Compressive Sampling

Monday, December 5, 2005 - 10:30am - 11:30am
EE/CS 3-180
Emmanuel Candès (California Institute of Technology)
Conventional wisdom and common practice in acquisition and
reconstruction of images or signals from frequency data follows the
principle of the Nyquist density sampling theory. This principle
states that to reconstruct an image/signal, the number of Fourier
samples we
need to acquire must match the desired resolution of the image/
signal, e.g.
the number of pixels in the image.

This talk introduces a newly emerged sampling theory which shows that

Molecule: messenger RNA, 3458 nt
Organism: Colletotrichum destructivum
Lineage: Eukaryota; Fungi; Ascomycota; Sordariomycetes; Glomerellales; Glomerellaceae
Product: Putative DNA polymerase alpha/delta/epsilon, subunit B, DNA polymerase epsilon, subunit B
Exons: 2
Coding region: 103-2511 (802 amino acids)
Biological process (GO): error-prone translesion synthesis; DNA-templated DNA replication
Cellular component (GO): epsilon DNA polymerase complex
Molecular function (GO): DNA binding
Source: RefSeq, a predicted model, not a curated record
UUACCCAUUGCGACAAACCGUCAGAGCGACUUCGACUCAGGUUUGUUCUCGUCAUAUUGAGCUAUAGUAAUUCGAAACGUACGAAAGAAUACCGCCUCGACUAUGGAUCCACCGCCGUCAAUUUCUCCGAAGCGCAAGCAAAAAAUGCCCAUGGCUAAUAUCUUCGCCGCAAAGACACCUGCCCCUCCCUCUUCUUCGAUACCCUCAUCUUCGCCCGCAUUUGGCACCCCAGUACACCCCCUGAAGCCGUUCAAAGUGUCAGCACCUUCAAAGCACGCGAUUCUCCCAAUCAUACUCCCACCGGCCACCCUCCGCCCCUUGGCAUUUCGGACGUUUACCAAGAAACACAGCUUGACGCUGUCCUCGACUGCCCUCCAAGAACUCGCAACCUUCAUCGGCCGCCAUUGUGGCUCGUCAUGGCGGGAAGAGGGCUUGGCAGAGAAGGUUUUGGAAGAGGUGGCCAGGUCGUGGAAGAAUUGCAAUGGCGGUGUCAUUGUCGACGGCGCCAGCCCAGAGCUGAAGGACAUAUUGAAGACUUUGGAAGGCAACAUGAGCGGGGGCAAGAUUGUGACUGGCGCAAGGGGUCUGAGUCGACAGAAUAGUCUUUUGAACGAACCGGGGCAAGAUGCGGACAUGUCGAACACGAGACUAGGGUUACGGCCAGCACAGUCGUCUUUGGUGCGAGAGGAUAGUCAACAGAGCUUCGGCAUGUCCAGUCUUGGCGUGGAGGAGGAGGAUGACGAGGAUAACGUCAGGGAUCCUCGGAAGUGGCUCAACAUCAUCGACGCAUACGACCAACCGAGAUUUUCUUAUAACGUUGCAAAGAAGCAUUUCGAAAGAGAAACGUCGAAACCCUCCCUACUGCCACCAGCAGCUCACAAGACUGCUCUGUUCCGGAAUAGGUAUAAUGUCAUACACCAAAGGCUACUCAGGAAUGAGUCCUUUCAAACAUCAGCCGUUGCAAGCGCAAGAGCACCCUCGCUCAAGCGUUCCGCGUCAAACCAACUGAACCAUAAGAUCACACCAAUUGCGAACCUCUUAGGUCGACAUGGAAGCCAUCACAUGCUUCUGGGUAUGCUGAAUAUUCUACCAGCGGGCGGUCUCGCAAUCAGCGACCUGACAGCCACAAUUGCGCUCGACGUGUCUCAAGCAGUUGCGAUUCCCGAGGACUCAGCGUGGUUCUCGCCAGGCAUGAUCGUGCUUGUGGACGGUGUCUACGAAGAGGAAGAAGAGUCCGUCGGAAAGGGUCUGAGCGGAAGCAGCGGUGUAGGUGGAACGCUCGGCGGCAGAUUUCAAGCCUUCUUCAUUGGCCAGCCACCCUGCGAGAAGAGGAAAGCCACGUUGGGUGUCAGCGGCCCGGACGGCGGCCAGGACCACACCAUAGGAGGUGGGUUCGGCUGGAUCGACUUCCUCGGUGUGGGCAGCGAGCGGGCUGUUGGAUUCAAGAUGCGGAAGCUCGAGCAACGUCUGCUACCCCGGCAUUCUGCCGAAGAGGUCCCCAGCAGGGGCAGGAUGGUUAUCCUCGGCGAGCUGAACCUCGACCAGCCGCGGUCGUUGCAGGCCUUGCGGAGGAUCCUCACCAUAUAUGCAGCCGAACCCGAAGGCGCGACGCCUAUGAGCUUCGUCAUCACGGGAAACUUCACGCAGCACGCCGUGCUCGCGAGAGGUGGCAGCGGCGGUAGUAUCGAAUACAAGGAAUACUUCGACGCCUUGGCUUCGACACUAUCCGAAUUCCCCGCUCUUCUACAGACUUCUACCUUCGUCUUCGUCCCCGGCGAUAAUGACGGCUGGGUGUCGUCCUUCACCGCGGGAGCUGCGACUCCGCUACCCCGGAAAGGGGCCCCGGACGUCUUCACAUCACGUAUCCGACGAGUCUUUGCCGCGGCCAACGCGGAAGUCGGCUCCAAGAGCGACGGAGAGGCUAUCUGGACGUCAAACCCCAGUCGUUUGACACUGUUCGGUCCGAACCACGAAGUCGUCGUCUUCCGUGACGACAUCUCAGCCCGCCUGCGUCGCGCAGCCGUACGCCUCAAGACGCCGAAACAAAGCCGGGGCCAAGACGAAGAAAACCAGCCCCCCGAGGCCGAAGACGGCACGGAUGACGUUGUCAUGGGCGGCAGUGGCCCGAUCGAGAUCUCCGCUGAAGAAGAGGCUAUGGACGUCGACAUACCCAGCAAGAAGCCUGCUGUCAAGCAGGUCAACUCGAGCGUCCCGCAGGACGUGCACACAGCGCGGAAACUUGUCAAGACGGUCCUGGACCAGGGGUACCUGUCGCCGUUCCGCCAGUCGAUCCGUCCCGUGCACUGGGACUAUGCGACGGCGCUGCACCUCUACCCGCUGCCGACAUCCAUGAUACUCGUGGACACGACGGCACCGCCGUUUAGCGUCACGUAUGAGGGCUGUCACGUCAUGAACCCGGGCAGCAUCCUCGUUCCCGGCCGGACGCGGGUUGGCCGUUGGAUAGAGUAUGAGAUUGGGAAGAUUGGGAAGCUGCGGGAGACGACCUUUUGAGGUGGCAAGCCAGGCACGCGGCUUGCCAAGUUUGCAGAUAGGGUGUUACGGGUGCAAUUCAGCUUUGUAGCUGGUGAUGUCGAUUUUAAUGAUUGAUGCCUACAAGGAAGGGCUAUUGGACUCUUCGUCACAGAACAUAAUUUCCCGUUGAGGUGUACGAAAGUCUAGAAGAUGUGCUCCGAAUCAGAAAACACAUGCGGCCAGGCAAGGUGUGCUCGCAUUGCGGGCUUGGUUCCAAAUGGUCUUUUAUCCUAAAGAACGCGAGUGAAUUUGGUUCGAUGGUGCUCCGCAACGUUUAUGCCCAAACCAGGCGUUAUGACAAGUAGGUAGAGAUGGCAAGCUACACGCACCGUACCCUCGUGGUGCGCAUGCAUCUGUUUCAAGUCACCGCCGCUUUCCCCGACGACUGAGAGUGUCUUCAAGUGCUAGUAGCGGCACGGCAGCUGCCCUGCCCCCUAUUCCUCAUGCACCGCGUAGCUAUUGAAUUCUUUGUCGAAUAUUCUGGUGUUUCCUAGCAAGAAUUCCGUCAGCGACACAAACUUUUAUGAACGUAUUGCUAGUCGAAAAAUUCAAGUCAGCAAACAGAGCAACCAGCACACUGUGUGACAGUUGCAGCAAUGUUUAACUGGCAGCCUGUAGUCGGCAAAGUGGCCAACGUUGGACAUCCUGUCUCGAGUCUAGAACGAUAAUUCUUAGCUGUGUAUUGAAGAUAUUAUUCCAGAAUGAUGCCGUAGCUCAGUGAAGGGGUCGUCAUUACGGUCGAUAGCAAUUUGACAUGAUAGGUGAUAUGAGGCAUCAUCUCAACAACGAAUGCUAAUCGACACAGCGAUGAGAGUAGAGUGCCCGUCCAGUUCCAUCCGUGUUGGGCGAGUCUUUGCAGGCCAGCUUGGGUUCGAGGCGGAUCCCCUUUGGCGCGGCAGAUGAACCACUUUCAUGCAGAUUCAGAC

this conventional wisdom is inaccurate. We show that perhaps
surprisingly, images or signals of scientific interest can be
recovered accurately and sometimes even exactly from a limited number
of nonadaptive random measurements. In effect, the talk introduces a
theory suggesting the possibility of compressed data acquisition
protocols which perform as if it were possible to directly acquire
just the important information about the image of interest. In other
words, by collecting a comparably small number of measurements rather
than pixel values, one could in principle reconstruct an image with
essentially the same resolution as that one would obtain by measuring
all the pixels, a phenomenon with far reaching implications.

The reconstruction algorithms are very concrete, stable (in the sense
that they degrade smoothly as the noise level increases) and
practical; in fact, they only involve solving convenient convex
optimization programs.